Reviewer Wally Wood: Wally is a a professional writer and a member of the American Society of Journalists and Authors. He holds a master's degree in creative writing from the City University of New York as well as a bachelor's degree from Columbia University where he majored in philosophy. As a volunteer, he has taught writing in men's state prisons and to middle-school students in his local library.
His first novel, Getting Oriented: A Novel About Japan received positive reviews even from people who do not know him. As a ghost-writer, he has written 19 business books, all published by commercial publishers. He has recently published The Girl in the Photo which is currently available from Amazon and Barnes & Noble as a trade paperback or Kindle download.
Author: Carl Brookins
Publisher: Brookins Books
Author: Carl Brookins
Publisher: Brookins Books
Carl Brookins' new mystery/thriller opens tranquilly enough. Michael Tanner, a successful Seattle public relations executive, his wife, and a friend are sailing the Inside Passage, the waters separating Washington State from Canada. Fog rolls in and rather than turn their chartered sloop back, Michael continues sailing. A break in the fog abruptly reveals an 80-foot, multi-deck yacht riding motionless in the water. Michael's wife gives a tentative hail, but the yacht responds only by starting its heavy diesel engines and disappearing into the fog.
Only to reappear four pages later to ram the sloop, sinking it, killing Michael's wife and friend, and almost killing him. Why? Who would do such a thing?
Unfortunately for Michael, the Canadian Coast Guard does not believe his story—and there's not much they could do about it even if they did. Michael cannot describe the yacht in any detail; he saw only three letters of the name—GOL—on the stern as it vanished into the fog. The rest of the book is the story of Michael's recovery from the incident, his growth as a person, and—spoiler alert—his final confrontation with the killer yacht.
The book is interesting because Michael is not a detective and not, when the book opens, even much of a sailor. He's a workaholic pr man with partners running a Seattle agency. Not only is he on his own in attempting to identify the yacht, but, given the small world of fishermen and boatmen who live on the islands and along the coast of the Inland Passage, he's known as the guy who lost his sloop, killing his wife and friend. If the bad guys who ran him down think he's too nosy or getting too close to identifying their boat, they will have no compunctions about killing him.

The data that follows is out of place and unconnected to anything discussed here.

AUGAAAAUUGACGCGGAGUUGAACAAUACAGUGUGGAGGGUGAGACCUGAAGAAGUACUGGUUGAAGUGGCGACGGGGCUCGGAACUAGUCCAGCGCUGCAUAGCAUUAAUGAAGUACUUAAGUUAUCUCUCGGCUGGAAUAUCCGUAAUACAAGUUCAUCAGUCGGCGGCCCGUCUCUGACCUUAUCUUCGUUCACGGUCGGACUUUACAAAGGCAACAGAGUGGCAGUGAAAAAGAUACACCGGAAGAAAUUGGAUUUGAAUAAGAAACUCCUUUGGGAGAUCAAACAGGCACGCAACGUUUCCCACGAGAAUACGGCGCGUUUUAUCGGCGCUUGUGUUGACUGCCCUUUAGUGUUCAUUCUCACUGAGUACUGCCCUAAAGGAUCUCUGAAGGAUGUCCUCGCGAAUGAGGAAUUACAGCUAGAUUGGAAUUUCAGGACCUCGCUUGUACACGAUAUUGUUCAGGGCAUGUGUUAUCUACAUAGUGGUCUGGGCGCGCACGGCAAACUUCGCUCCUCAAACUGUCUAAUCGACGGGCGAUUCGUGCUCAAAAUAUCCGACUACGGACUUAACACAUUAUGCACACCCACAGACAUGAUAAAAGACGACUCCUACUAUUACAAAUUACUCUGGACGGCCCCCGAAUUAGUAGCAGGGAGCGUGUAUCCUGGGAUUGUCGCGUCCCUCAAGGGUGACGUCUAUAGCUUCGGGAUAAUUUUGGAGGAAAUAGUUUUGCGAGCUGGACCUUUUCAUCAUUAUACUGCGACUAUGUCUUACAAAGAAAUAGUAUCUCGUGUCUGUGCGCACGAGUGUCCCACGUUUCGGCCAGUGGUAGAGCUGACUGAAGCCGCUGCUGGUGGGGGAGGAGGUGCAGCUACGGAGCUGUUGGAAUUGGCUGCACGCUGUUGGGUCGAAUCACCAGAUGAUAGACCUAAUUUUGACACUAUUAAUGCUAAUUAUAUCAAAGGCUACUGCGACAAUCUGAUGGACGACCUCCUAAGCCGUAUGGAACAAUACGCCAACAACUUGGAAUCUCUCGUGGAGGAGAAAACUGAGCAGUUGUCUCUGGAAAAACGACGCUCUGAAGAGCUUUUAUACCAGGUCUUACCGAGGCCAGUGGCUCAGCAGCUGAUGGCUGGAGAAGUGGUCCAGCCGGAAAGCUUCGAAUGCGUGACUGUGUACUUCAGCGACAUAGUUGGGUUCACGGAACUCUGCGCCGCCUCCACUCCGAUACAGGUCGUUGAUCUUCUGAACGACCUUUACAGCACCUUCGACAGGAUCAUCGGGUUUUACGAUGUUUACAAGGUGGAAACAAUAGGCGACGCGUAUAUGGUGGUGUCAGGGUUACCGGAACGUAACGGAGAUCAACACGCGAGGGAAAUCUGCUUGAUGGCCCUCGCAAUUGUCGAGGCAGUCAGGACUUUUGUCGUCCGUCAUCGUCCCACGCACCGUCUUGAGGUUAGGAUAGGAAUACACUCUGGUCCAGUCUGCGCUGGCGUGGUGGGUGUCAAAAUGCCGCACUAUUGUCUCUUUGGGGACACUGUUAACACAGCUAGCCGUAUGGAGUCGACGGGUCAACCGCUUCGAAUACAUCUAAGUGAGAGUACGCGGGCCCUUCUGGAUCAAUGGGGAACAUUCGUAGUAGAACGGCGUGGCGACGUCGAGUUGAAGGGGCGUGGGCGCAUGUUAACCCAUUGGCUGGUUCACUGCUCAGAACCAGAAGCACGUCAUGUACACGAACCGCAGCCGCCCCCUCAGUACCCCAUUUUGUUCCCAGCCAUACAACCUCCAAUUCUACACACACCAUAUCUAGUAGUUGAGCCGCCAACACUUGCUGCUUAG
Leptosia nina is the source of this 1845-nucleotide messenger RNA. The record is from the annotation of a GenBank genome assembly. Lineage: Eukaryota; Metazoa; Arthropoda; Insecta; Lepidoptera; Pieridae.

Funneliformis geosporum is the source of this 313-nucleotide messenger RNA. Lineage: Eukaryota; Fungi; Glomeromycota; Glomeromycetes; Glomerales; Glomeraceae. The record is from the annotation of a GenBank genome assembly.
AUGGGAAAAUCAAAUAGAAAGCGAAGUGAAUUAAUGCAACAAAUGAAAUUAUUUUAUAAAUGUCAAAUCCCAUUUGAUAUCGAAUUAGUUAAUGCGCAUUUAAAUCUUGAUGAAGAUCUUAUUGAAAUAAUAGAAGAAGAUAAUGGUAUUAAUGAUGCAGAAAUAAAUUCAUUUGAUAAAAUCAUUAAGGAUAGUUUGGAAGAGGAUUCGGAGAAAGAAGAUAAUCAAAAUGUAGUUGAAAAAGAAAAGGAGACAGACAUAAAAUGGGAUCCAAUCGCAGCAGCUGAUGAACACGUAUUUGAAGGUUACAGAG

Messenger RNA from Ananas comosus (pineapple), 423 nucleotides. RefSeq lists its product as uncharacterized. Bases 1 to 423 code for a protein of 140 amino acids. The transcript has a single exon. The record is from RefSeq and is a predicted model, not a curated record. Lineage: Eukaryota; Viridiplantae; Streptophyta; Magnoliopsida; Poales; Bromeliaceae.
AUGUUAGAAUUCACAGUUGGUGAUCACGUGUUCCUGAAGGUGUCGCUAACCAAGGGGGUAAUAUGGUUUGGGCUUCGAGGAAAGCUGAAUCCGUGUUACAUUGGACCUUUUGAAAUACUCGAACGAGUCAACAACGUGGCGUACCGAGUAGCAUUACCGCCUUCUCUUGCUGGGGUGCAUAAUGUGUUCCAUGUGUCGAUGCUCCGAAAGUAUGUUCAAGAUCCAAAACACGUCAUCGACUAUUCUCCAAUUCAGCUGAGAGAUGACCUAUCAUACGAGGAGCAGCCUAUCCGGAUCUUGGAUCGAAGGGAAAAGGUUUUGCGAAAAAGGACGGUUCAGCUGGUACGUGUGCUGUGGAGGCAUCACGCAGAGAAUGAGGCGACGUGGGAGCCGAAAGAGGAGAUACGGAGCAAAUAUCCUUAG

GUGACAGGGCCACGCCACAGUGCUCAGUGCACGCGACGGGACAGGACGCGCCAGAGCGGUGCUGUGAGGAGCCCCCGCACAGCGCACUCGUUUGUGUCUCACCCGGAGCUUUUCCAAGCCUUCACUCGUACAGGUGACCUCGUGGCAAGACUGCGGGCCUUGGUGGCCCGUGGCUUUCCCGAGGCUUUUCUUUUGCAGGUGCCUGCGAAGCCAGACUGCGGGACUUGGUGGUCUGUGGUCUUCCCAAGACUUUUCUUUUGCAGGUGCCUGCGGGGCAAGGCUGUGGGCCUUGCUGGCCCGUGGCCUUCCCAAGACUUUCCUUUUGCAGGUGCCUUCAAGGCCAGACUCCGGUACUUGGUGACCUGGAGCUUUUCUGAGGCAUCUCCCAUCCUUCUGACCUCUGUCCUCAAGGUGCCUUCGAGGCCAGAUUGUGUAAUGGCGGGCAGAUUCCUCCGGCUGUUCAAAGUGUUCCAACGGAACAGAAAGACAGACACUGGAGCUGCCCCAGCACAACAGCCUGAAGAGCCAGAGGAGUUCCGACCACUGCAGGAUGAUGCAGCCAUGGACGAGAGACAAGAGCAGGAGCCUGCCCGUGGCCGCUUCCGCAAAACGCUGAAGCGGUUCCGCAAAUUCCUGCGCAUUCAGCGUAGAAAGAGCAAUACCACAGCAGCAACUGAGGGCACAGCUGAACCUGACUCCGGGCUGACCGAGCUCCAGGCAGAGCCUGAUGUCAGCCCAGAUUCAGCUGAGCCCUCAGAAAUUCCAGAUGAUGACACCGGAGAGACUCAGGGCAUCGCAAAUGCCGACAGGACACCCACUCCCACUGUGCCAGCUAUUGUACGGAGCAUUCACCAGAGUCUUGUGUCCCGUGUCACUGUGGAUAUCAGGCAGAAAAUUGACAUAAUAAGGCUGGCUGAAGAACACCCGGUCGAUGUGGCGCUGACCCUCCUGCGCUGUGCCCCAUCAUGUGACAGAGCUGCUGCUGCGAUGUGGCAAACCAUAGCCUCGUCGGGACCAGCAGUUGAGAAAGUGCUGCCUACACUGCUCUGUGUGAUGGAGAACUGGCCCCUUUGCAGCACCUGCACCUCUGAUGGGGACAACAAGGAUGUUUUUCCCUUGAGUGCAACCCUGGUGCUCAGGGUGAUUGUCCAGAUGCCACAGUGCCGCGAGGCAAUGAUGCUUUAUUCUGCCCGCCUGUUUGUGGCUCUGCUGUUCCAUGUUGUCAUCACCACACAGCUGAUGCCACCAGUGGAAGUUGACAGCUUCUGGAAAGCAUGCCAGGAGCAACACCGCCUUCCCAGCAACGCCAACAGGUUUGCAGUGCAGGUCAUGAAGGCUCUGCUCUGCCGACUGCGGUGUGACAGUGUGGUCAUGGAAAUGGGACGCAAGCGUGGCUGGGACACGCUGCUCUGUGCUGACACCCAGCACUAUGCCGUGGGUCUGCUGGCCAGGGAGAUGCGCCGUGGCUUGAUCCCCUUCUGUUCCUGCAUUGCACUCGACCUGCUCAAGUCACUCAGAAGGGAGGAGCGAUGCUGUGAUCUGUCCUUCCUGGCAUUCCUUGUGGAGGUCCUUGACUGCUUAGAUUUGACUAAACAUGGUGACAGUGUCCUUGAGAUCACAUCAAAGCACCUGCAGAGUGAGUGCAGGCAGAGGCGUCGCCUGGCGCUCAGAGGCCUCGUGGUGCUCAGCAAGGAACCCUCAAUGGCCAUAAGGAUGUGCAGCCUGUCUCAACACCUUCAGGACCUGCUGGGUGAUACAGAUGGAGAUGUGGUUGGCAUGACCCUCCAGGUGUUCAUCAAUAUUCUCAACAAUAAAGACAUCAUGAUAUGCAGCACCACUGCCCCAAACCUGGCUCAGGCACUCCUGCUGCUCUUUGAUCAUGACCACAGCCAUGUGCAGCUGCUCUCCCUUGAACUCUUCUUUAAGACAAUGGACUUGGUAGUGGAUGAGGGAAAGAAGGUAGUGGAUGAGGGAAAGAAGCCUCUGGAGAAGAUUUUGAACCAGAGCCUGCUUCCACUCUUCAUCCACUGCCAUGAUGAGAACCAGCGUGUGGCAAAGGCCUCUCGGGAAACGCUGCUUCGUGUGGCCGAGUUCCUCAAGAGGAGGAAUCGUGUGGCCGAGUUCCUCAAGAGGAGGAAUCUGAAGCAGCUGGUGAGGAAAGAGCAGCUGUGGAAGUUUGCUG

Brookins, an "avid recreational sailor," writes vividly about sailing and the natural world. Here's Michael attempting to make a safe harbor in a storm:
"The compass needle swung wildly as the cruiser smashed through another big wave and the propeller raced as the wave dropped below the stern.The boat headed down into another trough and the sea rose, curling over to meet him. Tanner's knuckles turned white as he gripped the wheel tighter and he realized he was staring up into a huge wind-ravaged wave. The launch shuddered under Tanner's feet when the big wave slammed into the bow. Water sluiced down the forelock and rose against the windscreen. The light in the cabin turned sickly green. He glanced sternward to see the deck awash with foaming seawater."
While the book held my interest as Michael overcame one challenge after another, I do have reservations. Brookins shifts point of view, often, in my opinion, unnecessarily and in a few places with no transition to warn the reader we're now in another character's head. A passage like this halfway through the book drives me wild:
"[Tanner] had only vague memories of the three figures he'd glimpsed on the bridge that awful day. He couldn't identify any of them. Although he didn't know it, Tanner owed his life to that inability. The crew member who had fired the shotgun into the cabin of the Queen Anne [Tanner's sloop] was the same man who jostled Tanner in the small Tacoma bar. The man swore later to his captain that there'd been no glimmer of recognition from Tanner during their brief encounter. The other crew member who'd watched them agreed." These sentences are the author stepping into the story to explain a point to the reader; if something needs to be explained, the original passage needs to be rewritten.
And because we do have access in a few places to the thoughts and motivations of the bad guys, it makes the reason for their original act—running down the Queen Anne—a frustrating and open mystery. All we need know is that they were doing something they shouldn't; as I read the book it seems the original criminal act was unprovoked.
Nevertheless, I enjoyed The Inside Passage enough that I am sending it along to a sailing friend with a note that he should steer clear of mysterious giant yachts that suddenly loom out of the fog.